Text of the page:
Compare any two graphics cards:
GeForce 8800 GT 1GB vs GeForce GTX 650
IntroThe GeForce 8800 GT 1GB comes with a GPU clock speed of 600 MHz, and the 1024 MB of GDDR3 RAM is set to run at 900 MHz through a 256-bit bus. It also is comprised of 112 SPUs, 56 Texture Address Units, and 16 ROPs.
Compare those specs to the GeForce GTX 650, which features a core clock frequency of 1058 MHz and a GDDR5 memory frequency of 1250 MHz. It also features a 128-bit memory bus, and uses a 28 nm design. It features 384 SPUs, 32 Texture Address Units, and 16 ROPs.
Power Usage and Theoretical Benchmarks
Power Consumption (Max TDP)
As far as performance goes, the GeForce GTX 650 should in theory be much better than the GeForce 8800 GT 1GB in general. (explain)
Texel RateThe GeForce GTX 650 is a bit (more or less 1%) better at texture filtering than the GeForce 8800 GT 1GB. (explain)
Pixel RateThe GeForce GTX 650 will be quite a bit (about 76%) better at AA than the GeForce 8800 GT 1GB, and will be capable of handling higher resolutions without losing too much performance. (explain)
Please note that the above 'benchmarks' are all just theoretical - the results were calculated based on the card's specifications, and real-world performance may (and probably will) vary at least a bit.
Please note that the price comparisons are based on search keywords - sometimes it might show cards with very similar names that are not exactly the same as the one chosen in the comparison. We do try to filter out the wrong results as best we can, though.
Memory Bandwidth: Bandwidth is the max amount of data (in units of megabytes per second) that can be moved past the external memory interface in a second. The number is worked out by multiplying the interface width by the speed of its memory. If the card has DDR memory, the result should be multiplied by 2 again. If it uses DDR5, multiply by ANOTHER 2x. The better the memory bandwidth, the faster the card will be in general. It especially helps with anti-aliasing, High Dynamic Range and high resolutions.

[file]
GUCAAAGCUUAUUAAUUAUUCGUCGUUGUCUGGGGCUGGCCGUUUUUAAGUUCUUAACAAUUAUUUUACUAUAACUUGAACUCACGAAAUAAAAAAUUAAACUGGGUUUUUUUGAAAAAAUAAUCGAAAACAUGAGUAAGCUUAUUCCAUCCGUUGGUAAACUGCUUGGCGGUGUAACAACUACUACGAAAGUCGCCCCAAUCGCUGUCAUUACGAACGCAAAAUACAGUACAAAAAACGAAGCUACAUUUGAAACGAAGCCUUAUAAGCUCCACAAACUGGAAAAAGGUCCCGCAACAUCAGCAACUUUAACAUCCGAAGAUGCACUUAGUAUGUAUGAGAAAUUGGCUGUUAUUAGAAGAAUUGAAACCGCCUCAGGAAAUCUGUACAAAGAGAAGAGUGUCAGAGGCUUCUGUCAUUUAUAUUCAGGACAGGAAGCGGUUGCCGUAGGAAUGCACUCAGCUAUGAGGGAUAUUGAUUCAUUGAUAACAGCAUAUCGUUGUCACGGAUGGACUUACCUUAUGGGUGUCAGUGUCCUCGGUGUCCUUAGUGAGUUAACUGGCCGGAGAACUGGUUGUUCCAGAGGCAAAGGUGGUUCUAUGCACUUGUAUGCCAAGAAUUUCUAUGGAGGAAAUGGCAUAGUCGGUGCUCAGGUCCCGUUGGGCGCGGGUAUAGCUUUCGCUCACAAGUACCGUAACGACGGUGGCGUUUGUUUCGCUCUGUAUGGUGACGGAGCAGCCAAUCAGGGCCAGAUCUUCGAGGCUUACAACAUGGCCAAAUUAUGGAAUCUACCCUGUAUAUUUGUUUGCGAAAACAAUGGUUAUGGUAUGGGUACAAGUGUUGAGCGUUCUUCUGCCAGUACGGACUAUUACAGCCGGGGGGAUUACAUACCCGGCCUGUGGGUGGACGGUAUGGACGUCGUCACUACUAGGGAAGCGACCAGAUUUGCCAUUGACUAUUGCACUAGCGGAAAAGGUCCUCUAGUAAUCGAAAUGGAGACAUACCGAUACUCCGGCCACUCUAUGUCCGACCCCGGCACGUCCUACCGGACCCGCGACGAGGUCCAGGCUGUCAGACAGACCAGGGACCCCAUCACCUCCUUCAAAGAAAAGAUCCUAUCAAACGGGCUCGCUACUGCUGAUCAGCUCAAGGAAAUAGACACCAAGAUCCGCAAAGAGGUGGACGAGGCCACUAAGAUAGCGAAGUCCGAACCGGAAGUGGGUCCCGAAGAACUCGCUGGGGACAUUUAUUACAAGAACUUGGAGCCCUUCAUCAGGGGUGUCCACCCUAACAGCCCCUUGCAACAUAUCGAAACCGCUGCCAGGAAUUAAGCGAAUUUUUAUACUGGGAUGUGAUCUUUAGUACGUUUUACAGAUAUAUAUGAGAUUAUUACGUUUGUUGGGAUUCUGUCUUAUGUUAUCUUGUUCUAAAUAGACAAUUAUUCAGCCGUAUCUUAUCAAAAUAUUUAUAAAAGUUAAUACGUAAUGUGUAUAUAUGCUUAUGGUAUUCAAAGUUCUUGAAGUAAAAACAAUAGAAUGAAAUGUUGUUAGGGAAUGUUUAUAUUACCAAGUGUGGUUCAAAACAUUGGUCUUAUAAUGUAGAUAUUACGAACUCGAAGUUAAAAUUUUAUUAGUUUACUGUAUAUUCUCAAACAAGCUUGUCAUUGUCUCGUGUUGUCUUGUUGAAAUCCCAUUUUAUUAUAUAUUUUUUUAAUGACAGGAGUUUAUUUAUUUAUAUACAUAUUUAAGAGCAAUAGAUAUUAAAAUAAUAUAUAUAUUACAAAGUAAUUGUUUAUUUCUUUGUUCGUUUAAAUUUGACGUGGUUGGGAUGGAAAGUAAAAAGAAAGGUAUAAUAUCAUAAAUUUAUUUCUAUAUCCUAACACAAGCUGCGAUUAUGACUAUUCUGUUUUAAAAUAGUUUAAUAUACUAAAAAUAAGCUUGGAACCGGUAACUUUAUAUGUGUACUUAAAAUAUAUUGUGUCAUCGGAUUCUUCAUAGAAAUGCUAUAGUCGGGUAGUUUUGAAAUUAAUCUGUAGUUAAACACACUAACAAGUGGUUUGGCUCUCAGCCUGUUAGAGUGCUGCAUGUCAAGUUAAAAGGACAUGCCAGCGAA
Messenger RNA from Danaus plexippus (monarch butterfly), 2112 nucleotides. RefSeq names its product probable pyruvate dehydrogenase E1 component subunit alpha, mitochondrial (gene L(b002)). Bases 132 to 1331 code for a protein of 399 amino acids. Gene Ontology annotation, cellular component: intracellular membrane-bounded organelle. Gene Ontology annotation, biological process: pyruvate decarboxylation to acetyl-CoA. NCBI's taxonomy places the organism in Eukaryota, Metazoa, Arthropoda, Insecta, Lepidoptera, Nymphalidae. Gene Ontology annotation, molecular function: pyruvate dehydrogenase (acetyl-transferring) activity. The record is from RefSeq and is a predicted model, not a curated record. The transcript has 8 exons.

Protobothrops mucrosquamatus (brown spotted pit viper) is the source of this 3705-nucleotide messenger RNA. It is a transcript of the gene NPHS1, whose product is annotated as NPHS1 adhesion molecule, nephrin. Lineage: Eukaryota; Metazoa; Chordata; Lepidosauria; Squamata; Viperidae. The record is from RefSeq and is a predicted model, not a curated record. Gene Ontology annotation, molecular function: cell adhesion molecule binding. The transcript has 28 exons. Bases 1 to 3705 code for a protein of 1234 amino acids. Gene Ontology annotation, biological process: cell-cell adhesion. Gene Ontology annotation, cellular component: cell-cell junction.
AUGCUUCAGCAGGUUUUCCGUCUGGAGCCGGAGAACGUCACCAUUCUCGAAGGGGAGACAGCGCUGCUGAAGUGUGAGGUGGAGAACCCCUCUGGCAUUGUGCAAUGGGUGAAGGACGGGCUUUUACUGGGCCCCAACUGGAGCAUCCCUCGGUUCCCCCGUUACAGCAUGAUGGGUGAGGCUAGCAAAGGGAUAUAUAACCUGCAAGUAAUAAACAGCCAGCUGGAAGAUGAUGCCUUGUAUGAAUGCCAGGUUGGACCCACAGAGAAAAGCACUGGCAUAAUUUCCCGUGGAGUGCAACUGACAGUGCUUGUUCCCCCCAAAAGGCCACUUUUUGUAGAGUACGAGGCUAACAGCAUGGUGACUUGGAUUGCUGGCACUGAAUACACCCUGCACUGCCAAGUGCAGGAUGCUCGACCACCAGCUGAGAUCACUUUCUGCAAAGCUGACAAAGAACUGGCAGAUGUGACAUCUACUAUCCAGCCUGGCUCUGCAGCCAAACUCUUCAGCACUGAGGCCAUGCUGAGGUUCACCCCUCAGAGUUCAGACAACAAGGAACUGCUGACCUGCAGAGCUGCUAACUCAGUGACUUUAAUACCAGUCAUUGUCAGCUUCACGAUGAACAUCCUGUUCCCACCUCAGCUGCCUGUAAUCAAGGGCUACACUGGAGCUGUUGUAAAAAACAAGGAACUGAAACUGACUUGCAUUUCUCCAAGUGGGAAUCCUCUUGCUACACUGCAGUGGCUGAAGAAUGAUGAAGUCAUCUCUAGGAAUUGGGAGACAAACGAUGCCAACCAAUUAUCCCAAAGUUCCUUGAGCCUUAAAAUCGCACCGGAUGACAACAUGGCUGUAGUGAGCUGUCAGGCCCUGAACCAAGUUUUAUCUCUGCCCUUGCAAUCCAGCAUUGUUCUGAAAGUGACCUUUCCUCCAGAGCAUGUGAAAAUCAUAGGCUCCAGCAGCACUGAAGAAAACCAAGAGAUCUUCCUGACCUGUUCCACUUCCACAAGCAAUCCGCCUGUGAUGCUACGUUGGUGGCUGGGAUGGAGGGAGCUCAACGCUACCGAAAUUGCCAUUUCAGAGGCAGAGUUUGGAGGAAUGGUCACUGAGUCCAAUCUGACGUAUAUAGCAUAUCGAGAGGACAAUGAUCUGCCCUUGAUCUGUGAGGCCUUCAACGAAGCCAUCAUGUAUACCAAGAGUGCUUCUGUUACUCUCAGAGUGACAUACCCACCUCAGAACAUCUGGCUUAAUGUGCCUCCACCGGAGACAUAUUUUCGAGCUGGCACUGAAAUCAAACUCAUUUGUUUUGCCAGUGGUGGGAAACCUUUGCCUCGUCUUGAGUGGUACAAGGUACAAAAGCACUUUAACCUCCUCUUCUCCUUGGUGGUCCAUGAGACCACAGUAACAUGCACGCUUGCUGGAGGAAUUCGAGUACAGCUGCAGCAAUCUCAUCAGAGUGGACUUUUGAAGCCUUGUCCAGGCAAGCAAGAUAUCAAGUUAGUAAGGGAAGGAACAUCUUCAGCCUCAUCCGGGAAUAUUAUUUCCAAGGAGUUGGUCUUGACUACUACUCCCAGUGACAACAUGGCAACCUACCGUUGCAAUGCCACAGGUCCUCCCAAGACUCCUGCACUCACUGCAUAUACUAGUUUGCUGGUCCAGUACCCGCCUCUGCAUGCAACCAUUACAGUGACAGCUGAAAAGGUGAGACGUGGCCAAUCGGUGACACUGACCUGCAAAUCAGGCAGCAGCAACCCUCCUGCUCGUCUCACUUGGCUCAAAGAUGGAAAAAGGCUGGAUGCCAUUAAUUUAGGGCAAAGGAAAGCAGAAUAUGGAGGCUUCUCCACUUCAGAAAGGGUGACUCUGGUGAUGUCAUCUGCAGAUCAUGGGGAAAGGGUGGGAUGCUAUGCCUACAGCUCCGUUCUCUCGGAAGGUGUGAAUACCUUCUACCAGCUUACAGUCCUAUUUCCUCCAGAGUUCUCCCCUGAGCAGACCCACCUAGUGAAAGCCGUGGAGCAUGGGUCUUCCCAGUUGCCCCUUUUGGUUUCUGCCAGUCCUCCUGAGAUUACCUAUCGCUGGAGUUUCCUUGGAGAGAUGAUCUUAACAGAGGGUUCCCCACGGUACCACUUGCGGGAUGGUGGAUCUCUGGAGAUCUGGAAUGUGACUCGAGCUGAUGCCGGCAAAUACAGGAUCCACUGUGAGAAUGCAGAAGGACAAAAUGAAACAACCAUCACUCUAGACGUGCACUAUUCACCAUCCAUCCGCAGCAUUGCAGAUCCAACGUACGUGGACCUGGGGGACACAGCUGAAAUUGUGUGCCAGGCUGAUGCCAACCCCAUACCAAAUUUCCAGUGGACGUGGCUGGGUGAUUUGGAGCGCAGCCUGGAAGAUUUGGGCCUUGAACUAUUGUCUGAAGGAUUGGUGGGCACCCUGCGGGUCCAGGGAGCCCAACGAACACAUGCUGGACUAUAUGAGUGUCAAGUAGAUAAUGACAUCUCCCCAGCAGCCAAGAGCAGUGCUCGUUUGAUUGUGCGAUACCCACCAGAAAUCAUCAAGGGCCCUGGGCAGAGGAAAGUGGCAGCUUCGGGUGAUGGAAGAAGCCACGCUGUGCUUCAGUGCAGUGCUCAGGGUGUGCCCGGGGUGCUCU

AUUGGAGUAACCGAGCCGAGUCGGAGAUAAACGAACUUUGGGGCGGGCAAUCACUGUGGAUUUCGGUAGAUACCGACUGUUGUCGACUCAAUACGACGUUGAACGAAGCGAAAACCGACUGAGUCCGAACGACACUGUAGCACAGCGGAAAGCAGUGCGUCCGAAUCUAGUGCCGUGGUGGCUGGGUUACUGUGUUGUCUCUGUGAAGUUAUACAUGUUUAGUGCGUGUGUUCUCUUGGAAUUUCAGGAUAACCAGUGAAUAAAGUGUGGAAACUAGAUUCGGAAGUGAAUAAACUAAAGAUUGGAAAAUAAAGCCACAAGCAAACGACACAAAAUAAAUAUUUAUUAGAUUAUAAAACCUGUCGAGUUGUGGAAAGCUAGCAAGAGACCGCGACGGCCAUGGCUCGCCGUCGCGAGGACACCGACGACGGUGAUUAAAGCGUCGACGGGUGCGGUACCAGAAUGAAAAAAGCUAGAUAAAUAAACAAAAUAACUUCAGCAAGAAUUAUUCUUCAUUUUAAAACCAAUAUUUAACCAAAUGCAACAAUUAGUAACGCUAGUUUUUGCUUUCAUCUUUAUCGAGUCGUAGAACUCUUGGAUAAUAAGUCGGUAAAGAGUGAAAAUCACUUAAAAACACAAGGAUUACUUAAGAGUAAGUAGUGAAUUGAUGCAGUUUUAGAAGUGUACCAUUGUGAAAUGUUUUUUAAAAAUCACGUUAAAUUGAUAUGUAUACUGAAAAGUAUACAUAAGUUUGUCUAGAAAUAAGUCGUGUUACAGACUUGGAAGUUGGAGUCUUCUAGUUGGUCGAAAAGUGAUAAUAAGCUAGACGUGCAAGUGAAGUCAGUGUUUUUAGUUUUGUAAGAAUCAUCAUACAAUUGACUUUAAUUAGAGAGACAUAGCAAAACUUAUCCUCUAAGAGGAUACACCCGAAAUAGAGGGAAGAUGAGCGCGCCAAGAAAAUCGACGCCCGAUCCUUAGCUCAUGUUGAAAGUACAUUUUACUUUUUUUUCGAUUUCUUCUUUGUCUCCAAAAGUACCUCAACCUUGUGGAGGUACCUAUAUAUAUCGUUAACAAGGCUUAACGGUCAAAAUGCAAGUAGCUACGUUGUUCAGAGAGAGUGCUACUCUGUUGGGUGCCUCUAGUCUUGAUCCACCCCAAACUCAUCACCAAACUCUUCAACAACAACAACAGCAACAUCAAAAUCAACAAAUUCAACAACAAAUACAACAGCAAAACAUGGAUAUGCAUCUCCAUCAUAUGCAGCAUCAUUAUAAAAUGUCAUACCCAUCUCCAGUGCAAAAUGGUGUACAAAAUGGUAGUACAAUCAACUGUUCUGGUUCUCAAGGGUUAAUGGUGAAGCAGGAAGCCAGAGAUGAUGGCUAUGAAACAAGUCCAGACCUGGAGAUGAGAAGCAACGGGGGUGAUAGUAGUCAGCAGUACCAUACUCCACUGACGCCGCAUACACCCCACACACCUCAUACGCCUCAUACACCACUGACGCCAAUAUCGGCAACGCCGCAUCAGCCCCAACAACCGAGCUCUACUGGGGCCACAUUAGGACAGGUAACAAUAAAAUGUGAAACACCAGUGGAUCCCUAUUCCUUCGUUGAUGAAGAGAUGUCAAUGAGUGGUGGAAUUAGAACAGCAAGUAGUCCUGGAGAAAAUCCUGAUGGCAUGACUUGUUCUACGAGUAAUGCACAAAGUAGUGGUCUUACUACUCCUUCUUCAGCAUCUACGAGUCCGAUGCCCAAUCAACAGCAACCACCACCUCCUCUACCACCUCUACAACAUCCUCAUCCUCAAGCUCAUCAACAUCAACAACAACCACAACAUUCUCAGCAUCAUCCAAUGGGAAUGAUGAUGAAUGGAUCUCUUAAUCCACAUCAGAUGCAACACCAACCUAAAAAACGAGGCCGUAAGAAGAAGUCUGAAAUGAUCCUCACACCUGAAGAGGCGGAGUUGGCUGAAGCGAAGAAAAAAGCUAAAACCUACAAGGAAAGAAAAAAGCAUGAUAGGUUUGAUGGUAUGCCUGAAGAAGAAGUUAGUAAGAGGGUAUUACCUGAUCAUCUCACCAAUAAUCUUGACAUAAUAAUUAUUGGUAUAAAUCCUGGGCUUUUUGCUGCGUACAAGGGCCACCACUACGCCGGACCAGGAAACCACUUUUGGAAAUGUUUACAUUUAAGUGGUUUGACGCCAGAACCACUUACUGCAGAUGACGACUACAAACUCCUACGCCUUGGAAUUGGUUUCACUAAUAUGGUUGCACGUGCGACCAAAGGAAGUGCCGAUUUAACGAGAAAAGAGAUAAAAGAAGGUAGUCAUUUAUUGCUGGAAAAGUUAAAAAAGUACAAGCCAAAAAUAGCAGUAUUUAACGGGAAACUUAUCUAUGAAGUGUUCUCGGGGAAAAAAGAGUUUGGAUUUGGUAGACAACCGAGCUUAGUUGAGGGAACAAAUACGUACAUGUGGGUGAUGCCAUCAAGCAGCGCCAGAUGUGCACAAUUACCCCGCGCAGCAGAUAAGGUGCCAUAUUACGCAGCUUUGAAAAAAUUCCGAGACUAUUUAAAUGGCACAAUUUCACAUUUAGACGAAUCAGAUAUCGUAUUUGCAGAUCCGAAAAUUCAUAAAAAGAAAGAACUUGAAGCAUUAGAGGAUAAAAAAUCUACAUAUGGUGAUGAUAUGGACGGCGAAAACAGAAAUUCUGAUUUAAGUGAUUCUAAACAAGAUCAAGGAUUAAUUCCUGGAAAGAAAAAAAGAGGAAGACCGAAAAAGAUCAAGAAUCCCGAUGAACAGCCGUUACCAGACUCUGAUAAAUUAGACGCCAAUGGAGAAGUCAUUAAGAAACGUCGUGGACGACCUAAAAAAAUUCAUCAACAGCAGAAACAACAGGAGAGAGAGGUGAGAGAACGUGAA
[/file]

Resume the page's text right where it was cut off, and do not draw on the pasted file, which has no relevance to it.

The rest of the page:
Texel Rate: Texel rate is the maximum number of texture map elements (texels) that can be applied per second. This is worked out by multiplying the total number of texture units by the core speed of the chip. The better this number, the better the video card will be at handling texture filtering (anisotropic filtering - AF). It is measured in millions of texels per second.
Pixel Rate: Pixel rate is the maximum number of pixels that the graphics card can possibly write to the local memory in a second - measured in millions of pixels per second. The figure is worked out by multiplying the number of Render Output Units by the the core clock speed. ROPs (Raster Operations Pipelines - sometimes also referred to as Render Output Units) are responsible for outputting the pixels (image) to the screen. The actual pixel rate is also dependant on lots of other factors, most notably the memory bandwidth of the card - the lower the bandwidth is, the lower the ability to get to the max fill rate.